October 16 marks the 25th anniversary of the death of Nadia Boulanger. I probably wouldn’t have paid much attention to the event, except that I happen to serve on the advisory board of the University of Colorado's American Music research center. The AMRC is presenting a memorial symposium on "Nadia Boulanger and American Music," October 7-9, in Boulder. When we began to put the conference schedule together. I as amazed at the loyalty and affection shown by members of the "Boulangerie," as the musicians who studied at her American Conservatory in Fontainebleau call themselves. Elliott Carter, Robert Levin, Ned Rorem, Gillian Weir and other notables were delighted, even eager, to serve on our honorary committee. Proposals for papers and performances came in from all over the world. David Conte, Jay Gottlieb, Noél Lee, Frances Nobert, Vivian Perlis, Daniel Pinkham, Thérésa Casadesus Rawson, and many others signed up to perform or speak without much compensation for their troubles.
It seems the disciples of "Mademoiselle" are everywhere. One of them, Virgil Thomson, said in 1960, with his usual droll wit, "She was a one-woman graduate school, so powerful and so permeating that legend credits every United States town with two things: a five-and-dime and a Boulanger pupil. The five-and-dimes are long gone, of course, but not so the "Boulangerie." How could one teacher exert such a hold on musicians an ocean away, even a quarter-century after her death?
We organists will get some answers from back-to-back panel discussions scheduled for Monday, July 5, at the 2004 AGO national Convention in Los Angeles. The moderator will be Don Campbell, a Denver AGO Chapter member who is honorary chairman of the Boulder symposium, as well as author of The Mozart Effect and a valuable little book called Master Teacher: Nadia Boulanger. Conte, Nobert, and Gerre Hancock will also participate. In addition, a commissioned Prelude and Fugue by Conte will be premiered by organist Ken Cowan. Conte, the San Francisco composer, who studied at Fontainebleau from 1975-1978, chose the form as a tribute to Boulanger, for whom The Well Tempered Clavier was the cornerstone of her teaching.
Choral and organ music will also be prominently featured at the AMRC symposium: Elizabeth Farr will perform Conte’s piece in an evening concert on the newly restored Austin-Morel organ at St. John's Episcopal Church in Boulder. (For more details and registration information, visit www.nadiabouanger.org or e-mail AMRC Director Thomas Riis at email@example.com). Let's not forget that Boulanger was herself an organist. Aaron Copland wrote his breakthrough piece, an organ symphony, for her to perform on an American tour. Walter Damrosch, then conductor of the New York Philharmonic proclaimed to the audience, "If a young man, at the age of 23 can write a symphony like that, in five years he will be ready to commit murder!" The rest, as they say, is American music history.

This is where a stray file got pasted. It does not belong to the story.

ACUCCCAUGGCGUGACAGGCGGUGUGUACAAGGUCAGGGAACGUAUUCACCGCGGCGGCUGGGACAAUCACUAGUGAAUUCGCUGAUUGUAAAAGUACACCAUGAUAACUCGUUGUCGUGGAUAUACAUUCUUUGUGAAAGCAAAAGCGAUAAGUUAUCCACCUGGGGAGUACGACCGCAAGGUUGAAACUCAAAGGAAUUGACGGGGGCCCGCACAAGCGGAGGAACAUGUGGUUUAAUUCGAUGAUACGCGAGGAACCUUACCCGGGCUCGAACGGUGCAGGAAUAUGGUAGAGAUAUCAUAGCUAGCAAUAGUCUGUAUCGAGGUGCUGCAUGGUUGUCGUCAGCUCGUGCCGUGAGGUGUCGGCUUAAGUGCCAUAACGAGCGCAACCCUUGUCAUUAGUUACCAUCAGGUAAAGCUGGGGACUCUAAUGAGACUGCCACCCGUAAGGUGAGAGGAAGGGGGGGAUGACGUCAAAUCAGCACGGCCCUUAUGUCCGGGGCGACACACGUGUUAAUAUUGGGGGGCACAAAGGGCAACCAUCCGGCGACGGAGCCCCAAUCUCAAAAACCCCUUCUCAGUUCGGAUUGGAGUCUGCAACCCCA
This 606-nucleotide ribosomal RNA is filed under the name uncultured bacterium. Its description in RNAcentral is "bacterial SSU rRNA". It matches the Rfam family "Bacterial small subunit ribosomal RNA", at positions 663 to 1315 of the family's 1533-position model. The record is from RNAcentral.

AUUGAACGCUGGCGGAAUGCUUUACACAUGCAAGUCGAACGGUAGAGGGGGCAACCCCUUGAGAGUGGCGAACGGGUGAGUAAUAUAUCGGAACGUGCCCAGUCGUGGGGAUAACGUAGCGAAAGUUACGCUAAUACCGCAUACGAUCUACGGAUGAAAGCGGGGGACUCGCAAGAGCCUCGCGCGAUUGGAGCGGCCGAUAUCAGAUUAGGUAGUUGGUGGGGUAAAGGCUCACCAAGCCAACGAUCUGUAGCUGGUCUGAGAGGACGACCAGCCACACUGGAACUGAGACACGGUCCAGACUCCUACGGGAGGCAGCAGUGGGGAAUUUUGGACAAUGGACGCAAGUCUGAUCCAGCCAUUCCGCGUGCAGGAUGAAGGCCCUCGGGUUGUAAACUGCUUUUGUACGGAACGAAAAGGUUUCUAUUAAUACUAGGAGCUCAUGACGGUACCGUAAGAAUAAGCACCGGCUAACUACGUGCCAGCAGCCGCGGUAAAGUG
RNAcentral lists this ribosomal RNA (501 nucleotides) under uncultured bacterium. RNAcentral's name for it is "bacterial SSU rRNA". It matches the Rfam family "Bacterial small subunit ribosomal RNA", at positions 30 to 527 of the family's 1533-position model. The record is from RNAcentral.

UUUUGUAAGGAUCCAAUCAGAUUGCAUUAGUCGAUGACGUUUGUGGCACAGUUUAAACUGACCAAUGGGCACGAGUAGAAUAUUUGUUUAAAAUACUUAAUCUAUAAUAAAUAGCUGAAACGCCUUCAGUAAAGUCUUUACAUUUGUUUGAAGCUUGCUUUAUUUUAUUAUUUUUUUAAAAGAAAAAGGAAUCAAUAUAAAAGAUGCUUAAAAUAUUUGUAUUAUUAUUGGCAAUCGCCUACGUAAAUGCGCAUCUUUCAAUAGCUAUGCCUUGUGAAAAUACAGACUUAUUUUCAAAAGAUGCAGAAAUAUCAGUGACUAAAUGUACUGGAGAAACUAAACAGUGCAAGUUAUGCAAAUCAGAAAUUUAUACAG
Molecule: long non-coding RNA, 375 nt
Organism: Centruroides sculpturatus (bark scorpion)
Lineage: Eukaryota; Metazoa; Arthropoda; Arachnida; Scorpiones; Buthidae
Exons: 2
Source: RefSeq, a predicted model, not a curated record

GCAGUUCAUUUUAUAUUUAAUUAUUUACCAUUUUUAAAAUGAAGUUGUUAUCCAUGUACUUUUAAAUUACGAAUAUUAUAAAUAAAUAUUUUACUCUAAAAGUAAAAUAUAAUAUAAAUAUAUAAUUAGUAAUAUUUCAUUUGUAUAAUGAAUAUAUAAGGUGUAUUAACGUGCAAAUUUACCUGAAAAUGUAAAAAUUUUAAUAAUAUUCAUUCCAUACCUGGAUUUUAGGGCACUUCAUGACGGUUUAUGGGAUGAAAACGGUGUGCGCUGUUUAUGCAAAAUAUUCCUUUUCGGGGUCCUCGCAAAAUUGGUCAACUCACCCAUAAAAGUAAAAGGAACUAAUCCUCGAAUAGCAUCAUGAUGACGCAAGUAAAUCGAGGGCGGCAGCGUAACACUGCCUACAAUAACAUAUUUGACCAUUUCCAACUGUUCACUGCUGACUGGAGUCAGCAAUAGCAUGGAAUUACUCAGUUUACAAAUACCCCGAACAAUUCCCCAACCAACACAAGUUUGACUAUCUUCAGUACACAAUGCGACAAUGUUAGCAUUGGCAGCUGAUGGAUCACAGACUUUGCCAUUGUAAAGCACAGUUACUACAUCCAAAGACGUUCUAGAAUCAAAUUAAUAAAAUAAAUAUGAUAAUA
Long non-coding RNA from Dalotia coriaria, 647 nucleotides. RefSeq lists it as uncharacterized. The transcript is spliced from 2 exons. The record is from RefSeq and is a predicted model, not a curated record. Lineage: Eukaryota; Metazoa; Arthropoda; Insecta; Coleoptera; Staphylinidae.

As Rorem wrote in 1991, "Boulanger, herself French to the bone, singlehandedly inspired what has come to be the American Sound by, on the one hand, stressing dépouilelment-the shedding of extraneous Teutonic flab—and on the other, admonishing her Yankee flock to exploit home grown products." The list of her American composition students ranges from George Antheil, Marc Blitzstein, David Diamond, Philip Glass, Roy Harris, Quincy Jones to Walter Piston, Louise Talma, George Walker, and Roger Sessions, to name but a few. I challenge anyone to discern a uniform style among these composers, but try to imagine American music in the 20th century without them.
"She offered Americans a template for training composers," Conte believes. "She would say "Composer are born and then made." But her training was on such a rigorous and thorough level that you couldn't stay with her for long."
"Those students who could endure her laser focus," adds Campbell, "truly began to build new structures in American music. Also, remember all the students she had who were not great composers, but were great teachers. They're the invisible ones." "She imposed a certain level of musicianship on whatever you did after that," says Conte. But to Campbell, "Her abilities were beyond musicianship. She had a magnetic presence that insisted that you listen with much more rigor and acuity than anyone else could demand. It was not the quality of music, but the quality of mentorship."
The gift of this French woman to America, then, was the ability and the confidence to hear our own voice—not a way of composing, but in Campbell's words "a way of listening." Perhaps, the AMRC conference title is not strong enough. Instead of "Nadia Boulanger and American Music," maybe it should be "Nadia Boulanger was American Music."
Copyright ©2004 by the American Guild of Organists.
Reprinted by permission of The American Organist Magazine.
©2009 Boulanger America.
Queries to info@NadiaBoulanger.org